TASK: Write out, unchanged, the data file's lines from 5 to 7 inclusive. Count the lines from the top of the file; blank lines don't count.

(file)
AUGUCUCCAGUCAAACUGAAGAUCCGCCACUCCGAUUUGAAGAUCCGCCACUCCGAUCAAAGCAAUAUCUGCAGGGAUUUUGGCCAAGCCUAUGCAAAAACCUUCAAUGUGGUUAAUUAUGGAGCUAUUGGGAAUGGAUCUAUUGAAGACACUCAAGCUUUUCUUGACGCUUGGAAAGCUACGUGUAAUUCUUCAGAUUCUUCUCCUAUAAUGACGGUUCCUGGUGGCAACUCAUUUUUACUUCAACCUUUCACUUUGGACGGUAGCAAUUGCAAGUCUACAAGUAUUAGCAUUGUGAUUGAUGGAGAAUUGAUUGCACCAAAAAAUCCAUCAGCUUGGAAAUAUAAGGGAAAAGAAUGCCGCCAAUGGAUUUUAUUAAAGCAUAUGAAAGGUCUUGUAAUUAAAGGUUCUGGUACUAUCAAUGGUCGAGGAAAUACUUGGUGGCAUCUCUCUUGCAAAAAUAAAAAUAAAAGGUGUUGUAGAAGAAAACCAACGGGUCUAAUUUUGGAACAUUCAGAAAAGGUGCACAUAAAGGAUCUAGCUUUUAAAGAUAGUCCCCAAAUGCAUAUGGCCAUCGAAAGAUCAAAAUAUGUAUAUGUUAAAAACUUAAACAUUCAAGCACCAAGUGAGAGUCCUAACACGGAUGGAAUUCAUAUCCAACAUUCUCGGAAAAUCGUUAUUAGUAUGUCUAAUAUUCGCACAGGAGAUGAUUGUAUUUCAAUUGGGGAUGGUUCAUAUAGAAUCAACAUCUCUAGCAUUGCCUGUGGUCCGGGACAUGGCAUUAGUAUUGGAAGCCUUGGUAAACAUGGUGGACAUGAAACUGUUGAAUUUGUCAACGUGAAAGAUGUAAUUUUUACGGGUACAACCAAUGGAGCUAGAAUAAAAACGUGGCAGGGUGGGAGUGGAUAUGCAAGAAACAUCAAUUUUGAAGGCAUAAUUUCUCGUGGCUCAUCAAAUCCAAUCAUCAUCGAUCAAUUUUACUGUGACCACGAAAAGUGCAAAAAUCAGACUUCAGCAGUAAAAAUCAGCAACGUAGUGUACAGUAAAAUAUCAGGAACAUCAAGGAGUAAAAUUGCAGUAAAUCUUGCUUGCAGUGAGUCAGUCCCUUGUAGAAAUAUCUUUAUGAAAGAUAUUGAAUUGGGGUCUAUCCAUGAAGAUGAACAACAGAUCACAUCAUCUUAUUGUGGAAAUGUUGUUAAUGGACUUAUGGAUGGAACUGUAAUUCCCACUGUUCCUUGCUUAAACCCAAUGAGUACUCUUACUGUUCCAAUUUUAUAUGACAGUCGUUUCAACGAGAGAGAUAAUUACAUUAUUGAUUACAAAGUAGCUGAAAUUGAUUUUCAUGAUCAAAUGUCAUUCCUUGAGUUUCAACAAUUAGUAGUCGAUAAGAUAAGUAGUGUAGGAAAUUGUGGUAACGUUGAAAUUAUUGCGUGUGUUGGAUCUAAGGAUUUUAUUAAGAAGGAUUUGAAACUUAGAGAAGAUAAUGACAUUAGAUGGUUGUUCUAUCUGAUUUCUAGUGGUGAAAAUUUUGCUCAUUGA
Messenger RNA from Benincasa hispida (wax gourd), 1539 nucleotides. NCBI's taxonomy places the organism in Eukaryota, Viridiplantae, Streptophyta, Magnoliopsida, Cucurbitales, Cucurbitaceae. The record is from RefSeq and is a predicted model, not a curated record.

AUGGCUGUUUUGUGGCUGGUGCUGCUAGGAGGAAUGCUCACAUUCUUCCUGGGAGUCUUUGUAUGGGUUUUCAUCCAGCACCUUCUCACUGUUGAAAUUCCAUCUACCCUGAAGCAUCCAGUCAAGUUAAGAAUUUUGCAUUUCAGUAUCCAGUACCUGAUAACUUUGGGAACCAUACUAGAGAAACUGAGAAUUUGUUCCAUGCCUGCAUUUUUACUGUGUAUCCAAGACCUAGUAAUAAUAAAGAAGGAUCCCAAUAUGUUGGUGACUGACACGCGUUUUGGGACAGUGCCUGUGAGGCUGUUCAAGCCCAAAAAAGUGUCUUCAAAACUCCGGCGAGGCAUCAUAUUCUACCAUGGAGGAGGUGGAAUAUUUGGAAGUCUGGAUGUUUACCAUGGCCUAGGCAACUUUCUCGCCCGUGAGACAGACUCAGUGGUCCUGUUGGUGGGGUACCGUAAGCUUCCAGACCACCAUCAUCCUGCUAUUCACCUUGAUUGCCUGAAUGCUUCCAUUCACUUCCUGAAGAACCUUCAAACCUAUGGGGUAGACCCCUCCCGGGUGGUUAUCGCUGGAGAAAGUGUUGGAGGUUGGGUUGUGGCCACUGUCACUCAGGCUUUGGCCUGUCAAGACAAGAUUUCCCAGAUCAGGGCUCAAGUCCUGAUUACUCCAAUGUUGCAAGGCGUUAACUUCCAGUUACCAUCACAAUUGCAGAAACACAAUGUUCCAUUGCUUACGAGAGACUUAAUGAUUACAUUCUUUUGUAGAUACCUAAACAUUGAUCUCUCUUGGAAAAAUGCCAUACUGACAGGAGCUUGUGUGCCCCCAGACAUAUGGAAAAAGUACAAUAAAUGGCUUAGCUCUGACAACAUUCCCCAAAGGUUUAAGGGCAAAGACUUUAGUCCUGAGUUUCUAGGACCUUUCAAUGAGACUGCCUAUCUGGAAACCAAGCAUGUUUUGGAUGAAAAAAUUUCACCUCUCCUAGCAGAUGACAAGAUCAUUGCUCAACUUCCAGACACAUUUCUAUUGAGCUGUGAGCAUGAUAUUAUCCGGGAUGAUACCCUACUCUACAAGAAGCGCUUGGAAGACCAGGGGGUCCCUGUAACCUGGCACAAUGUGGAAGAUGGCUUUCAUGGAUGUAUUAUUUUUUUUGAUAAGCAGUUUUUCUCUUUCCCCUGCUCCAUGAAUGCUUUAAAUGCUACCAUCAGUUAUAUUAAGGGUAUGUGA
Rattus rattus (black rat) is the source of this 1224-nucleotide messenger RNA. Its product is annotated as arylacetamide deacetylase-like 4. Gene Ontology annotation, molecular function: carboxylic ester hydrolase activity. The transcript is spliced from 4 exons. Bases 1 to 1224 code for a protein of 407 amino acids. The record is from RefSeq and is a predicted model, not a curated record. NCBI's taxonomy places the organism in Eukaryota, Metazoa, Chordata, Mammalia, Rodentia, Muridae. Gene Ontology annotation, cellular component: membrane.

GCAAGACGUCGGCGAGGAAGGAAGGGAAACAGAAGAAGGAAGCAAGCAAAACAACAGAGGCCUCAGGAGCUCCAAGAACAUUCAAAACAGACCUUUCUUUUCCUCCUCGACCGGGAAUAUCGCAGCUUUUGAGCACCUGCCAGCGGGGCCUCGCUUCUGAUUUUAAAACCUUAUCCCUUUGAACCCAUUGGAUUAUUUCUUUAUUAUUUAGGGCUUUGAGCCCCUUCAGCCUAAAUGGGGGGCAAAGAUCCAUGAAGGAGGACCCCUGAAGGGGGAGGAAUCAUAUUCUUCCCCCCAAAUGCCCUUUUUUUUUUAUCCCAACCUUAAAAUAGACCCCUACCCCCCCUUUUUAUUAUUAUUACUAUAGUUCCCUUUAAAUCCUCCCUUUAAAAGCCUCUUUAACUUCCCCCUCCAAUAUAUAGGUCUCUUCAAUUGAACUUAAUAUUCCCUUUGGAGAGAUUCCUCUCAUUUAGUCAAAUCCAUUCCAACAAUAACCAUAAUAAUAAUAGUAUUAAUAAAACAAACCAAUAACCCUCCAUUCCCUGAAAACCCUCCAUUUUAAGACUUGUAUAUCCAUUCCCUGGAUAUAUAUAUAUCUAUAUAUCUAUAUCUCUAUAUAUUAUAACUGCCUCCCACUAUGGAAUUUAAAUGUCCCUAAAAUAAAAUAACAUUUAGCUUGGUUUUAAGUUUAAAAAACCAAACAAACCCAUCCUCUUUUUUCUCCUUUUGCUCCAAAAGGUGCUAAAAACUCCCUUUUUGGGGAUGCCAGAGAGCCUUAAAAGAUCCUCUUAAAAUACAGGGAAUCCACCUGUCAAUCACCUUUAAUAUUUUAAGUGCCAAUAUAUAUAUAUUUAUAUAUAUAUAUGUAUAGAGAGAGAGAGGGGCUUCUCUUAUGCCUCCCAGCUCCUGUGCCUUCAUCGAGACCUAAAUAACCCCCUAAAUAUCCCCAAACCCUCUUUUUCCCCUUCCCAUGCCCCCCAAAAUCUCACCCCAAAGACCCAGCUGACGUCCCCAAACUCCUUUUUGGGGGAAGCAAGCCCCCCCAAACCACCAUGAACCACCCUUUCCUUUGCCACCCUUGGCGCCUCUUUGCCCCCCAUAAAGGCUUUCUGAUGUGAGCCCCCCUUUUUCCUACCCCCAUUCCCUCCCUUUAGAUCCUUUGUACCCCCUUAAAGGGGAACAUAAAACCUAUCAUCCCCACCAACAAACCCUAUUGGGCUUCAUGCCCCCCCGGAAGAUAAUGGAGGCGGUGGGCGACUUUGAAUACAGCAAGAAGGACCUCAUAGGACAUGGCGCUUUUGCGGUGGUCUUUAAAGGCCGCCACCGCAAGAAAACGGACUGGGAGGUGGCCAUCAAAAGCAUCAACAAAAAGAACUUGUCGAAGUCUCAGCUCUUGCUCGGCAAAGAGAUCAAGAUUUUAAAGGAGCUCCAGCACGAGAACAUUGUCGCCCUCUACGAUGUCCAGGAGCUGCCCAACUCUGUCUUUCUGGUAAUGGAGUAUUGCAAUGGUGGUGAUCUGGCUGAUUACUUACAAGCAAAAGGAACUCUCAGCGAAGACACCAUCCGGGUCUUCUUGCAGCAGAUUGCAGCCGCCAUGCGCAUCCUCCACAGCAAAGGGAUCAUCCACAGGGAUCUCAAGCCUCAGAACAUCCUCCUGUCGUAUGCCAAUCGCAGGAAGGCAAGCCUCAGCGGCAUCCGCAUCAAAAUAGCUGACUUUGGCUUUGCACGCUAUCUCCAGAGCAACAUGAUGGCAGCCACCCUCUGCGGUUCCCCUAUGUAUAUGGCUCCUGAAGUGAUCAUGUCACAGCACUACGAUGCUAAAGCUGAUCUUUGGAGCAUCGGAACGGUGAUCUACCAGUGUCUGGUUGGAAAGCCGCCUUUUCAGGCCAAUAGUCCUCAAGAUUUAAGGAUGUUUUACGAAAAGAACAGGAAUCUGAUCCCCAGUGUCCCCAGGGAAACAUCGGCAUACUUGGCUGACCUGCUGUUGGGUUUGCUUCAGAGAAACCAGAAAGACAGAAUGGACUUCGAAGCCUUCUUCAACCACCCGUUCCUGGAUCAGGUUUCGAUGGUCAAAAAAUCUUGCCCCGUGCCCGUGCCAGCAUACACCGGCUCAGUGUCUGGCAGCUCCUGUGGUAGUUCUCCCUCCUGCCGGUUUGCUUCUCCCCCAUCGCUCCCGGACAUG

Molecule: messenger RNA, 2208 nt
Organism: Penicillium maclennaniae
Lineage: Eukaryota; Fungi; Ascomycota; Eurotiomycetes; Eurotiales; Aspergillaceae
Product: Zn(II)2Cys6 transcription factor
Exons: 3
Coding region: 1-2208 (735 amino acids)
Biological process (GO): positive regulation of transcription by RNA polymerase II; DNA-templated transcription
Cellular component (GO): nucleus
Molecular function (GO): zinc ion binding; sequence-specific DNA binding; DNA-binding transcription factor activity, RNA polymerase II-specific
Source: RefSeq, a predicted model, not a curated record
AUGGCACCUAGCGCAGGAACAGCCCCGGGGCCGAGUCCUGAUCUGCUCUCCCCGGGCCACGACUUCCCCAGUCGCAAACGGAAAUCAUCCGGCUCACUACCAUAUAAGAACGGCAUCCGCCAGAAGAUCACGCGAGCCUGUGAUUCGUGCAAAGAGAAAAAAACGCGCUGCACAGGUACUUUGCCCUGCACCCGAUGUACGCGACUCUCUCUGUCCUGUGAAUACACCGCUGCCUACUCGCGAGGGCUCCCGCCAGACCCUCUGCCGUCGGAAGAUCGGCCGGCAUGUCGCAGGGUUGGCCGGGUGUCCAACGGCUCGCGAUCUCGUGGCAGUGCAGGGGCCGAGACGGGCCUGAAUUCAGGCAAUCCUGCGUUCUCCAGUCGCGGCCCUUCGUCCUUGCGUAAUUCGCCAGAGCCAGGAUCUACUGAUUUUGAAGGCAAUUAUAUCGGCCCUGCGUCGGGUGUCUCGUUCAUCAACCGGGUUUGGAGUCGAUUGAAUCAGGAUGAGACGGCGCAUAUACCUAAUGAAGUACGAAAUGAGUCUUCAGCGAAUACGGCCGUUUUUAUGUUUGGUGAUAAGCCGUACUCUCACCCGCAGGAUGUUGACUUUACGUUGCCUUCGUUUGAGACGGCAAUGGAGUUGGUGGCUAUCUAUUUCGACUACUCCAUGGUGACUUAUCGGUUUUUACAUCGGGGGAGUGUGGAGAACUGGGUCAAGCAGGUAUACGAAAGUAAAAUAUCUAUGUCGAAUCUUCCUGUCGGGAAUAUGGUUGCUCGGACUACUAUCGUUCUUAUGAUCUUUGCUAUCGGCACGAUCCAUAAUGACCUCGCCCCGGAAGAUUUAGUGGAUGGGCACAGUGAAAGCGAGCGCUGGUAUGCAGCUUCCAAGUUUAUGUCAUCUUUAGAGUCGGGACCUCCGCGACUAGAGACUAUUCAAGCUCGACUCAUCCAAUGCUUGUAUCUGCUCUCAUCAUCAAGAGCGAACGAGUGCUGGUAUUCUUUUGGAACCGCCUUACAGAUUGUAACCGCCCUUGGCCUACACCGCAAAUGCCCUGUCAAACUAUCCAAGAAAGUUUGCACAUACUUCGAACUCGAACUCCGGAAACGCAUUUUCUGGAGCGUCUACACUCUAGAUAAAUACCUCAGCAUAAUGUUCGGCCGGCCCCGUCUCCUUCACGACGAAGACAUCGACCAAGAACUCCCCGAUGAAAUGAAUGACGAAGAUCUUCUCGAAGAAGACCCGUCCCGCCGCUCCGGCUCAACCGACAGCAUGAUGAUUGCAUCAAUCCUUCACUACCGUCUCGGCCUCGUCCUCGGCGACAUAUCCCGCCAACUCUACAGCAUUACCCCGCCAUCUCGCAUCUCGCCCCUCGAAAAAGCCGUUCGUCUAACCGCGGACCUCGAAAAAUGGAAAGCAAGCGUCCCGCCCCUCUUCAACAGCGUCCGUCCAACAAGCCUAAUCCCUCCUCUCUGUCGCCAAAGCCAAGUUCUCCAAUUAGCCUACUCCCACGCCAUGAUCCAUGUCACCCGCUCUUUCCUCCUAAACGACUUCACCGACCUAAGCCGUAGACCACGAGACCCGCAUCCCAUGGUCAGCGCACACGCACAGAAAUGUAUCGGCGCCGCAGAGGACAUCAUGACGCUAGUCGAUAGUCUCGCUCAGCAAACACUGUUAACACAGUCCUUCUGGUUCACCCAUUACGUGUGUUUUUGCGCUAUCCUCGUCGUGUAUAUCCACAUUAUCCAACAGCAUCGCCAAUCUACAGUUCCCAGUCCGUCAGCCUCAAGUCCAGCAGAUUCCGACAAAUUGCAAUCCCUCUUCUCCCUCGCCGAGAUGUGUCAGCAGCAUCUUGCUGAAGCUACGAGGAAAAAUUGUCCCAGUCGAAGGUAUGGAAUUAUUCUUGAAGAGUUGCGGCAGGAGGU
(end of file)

GCAAGACGUCGGCGAGGAAGGAAGGGAAACAGAAGAAGGAAGCAAGCAAAACAACAGAGGCCUCAGGAGCUCCAAGAACAUUCAAAACAGACCUUUCUUUUCCUCCUCGACCGGGAAUAUCGCAGCUUUUGAGCACCUGCCAGCGGGGCCUCGCUUCUGAUUUUAAAACCUUAUCCCUUUGAACCCAUUGGAUUAUUUCUUUAUUAUUUAGGGCUUUGAGCCCCUUCAGCCUAAAUGGGGGGCAAAGAUCCAUGAAGGAGGACCCCUGAAGGGGGAGGAAUCAUAUUCUUCCCCCCAAAUGCCCUUUUUUUUUUAUCCCAACCUUAAAAUAGACCCCUACCCCCCCUUUUUAUUAUUAUUACUAUAGUUCCCUUUAAAUCCUCCCUUUAAAAGCCUCUUUAACUUCCCCCUCCAAUAUAUAGGUCUCUUCAAUUGAACUUAAUAUUCCCUUUGGAGAGAUUCCUCUCAUUUAGUCAAAUCCAUUCCAACAAUAACCAUAAUAAUAAUAGUAUUAAUAAAACAAACCAAUAACCCUCCAUUCCCUGAAAACCCUCCAUUUUAAGACUUGUAUAUCCAUUCCCUGGAUAUAUAUAUAUCUAUAUAUCUAUAUCUCUAUAUAUUAUAACUGCCUCCCACUAUGGAAUUUAAAUGUCCCUAAAAUAAAAUAACAUUUAGCUUGGUUUUAAGUUUAAAAAACCAAACAAACCCAUCCUCUUUUUUCUCCUUUUGCUCCAAAAGGUGCUAAAAACUCCCUUUUUGGGGAUGCCAGAGAGCCUUAAAAGAUCCUCUUAAAAUACAGGGAAUCCACCUGUCAAUCACCUUUAAUAUUUUAAGUGCCAAUAUAUAUAUAUUUAUAUAUAUAUAUGUAUAGAGAGAGAGAGGGGCUUCUCUUAUGCCUCCCAGCUCCUGUGCCUUCAUCGAGACCUAAAUAACCCCCUAAAUAUCCCCAAACCCUCUUUUUCCCCUUCCCAUGCCCCCCAAAAUCUCACCCCAAAGACCCAGCUGACGUCCCCAAACUCCUUUUUGGGGGAAGCAAGCCCCCCCAAACCACCAUGAACCACCCUUUCCUUUGCCACCCUUGGCGCCUCUUUGCCCCCCAUAAAGGCUUUCUGAUGUGAGCCCCCCUUUUUCCUACCCCCAUUCCCUCCCUUUAGAUCCUUUGUACCCCCUUAAAGGGGAACAUAAAACCUAUCAUCCCCACCAACAAACCCUAUUGGGCUUCAUGCCCCCCCGGAAGAUAAUGGAGGCGGUGGGCGACUUUGAAUACAGCAAGAAGGACCUCAUAGGACAUGGCGCUUUUGCGGUGGUCUUUAAAGGCCGCCACCGCAAGAAAACGGACUGGGAGGUGGCCAUCAAAAGCAUCAACAAAAAGAACUUGUCGAAGUCUCAGCUCUUGCUCGGCAAAGAGAUCAAGAUUUUAAAGGAGCUCCAGCACGAGAACAUUGUCGCCCUCUACGAUGUCCAGGAGCUGCCCAACUCUGUCUUUCUGGUAAUGGAGUAUUGCAAUGGUGGUGAUCUGGCUGAUUACUUACAAGCAAAAGGAACUCUCAGCGAAGACACCAUCCGGGUCUUCUUGCAGCAGAUUGCAGCCGCCAUGCGCAUCCUCCACAGCAAAGGGAUCAUCCACAGGGAUCUCAAGCCUCAGAACAUCCUCCUGUCGUAUGCCAAUCGCAGGAAGGCAAGCCUCAGCGGCAUCCGCAUCAAAAUAGCUGACUUUGGCUUUGCACGCUAUCUCCAGAGCAACAUGAUGGCAGCCACCCUCUGCGGUUCCCCUAUGUAUAUGGCUCCUGAAGUGAUCAUGUCACAGCACUACGAUGCUAAAGCUGAUCUUUGGAGCAUCGGAACGGUGAUCUACCAGUGUCUGGUUGGAAAGCCGCCUUUUCAGGCCAAUAGUCCUCAAGAUUUAAGGAUGUUUUACGAAAAGAACAGGAAUCUGAUCCCCAGUGUCCCCAGGGAAACAUCGGCAUACUUGGCUGACCUGCUGUUGGGUUUGCUUCAGAGAAACCAGAAAGACAGAAUGGACUUCGAAGCCUUCUUCAACCACCCGUUCCUGGAUCAGGUUUCGAUGGUCAAAAAAUCUUGCCCCGUGCCCGUGCCAGCAUACACCGGCUCAGUGUCUGGCAGCUCCUGUGGUAGUUCUCCCUCCUGCCGGUUUGCUUCUCCCCCAUCGCUCCCGGACAUG

Molecule: messenger RNA, 2208 nt
Organism: Penicillium maclennaniae